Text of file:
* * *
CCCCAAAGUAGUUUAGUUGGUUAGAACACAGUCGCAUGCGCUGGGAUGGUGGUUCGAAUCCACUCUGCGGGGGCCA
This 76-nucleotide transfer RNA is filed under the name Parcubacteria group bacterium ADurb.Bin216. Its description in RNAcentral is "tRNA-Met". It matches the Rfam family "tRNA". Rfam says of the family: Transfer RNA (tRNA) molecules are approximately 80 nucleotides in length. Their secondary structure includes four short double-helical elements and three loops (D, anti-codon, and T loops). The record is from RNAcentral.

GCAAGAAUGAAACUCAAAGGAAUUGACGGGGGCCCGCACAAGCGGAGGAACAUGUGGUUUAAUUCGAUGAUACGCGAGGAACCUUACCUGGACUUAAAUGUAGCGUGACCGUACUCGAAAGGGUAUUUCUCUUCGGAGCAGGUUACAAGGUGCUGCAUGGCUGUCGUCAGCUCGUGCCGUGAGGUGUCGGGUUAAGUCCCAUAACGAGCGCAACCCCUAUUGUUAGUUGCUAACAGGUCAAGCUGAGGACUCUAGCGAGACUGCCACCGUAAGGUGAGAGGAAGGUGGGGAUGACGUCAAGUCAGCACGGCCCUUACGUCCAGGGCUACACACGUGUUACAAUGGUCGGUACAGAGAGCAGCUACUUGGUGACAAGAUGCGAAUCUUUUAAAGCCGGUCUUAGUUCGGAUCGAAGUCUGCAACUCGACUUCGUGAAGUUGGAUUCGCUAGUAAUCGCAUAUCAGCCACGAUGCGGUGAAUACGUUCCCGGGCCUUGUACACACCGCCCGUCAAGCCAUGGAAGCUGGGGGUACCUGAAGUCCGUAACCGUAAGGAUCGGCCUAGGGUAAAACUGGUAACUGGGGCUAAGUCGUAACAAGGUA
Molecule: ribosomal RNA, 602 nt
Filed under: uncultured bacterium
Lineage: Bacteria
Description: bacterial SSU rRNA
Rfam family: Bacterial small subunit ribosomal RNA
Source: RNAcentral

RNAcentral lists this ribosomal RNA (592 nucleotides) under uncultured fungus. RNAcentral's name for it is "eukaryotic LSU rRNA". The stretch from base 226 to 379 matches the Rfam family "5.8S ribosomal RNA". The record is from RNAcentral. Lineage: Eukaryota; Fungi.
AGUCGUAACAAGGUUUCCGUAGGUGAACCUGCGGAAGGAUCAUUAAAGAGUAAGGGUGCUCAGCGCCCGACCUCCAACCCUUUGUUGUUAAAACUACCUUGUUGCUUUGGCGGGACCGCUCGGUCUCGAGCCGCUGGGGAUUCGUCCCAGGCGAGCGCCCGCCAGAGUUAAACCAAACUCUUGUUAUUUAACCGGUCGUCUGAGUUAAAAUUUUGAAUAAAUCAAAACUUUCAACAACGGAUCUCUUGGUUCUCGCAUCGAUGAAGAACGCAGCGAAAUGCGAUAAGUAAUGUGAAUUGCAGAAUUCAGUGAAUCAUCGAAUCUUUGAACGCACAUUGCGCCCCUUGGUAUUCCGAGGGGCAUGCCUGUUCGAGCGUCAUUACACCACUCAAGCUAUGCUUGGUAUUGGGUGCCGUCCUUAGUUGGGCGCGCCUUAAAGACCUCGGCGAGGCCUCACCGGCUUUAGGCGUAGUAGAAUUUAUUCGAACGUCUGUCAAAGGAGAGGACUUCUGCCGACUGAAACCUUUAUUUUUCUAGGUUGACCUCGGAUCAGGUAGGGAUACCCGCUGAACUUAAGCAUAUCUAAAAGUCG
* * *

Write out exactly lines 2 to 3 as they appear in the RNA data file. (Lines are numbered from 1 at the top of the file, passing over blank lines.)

This 76-nucleotide transfer RNA is filed under the name Parcubacteria group bacterium ADurb.Bin216. Its description in RNAcentral is "tRNA-Met". It matches the Rfam family "tRNA". Rfam says of the family: Transfer RNA (tRNA) molecules are approximately 80 nucleotides in length. Their secondary structure includes four short double-helical elements and three loops (D, anti-codon, and T loops). The record is from RNAcentral.

GCAAGAAUGAAACUCAAAGGAAUUGACGGGGGCCCGCACAAGCGGAGGAACAUGUGGUUUAAUUCGAUGAUACGCGAGGAACCUUACCUGGACUUAAAUGUAGCGUGACCGUACUCGAAAGGGUAUUUCUCUUCGGAGCAGGUUACAAGGUGCUGCAUGGCUGUCGUCAGCUCGUGCCGUGAGGUGUCGGGUUAAGUCCCAUAACGAGCGCAACCCCUAUUGUUAGUUGCUAACAGGUCAAGCUGAGGACUCUAGCGAGACUGCCACCGUAAGGUGAGAGGAAGGUGGGGAUGACGUCAAGUCAGCACGGCCCUUACGUCCAGGGCUACACACGUGUUACAAUGGUCGGUACAGAGAGCAGCUACUUGGUGACAAGAUGCGAAUCUUUUAAAGCCGGUCUUAGUUCGGAUCGAAGUCUGCAACUCGACUUCGUGAAGUUGGAUUCGCUAGUAAUCGCAUAUCAGCCACGAUGCGGUGAAUACGUUCCCGGGCCUUGUACACACCGCCCGUCAAGCCAUGGAAGCUGGGGGUACCUGAAGUCCGUAACCGUAAGGAUCGGCCUAGGGUAAAACUGGUAACUGGGGCUAAGUCGUAACAAGGUA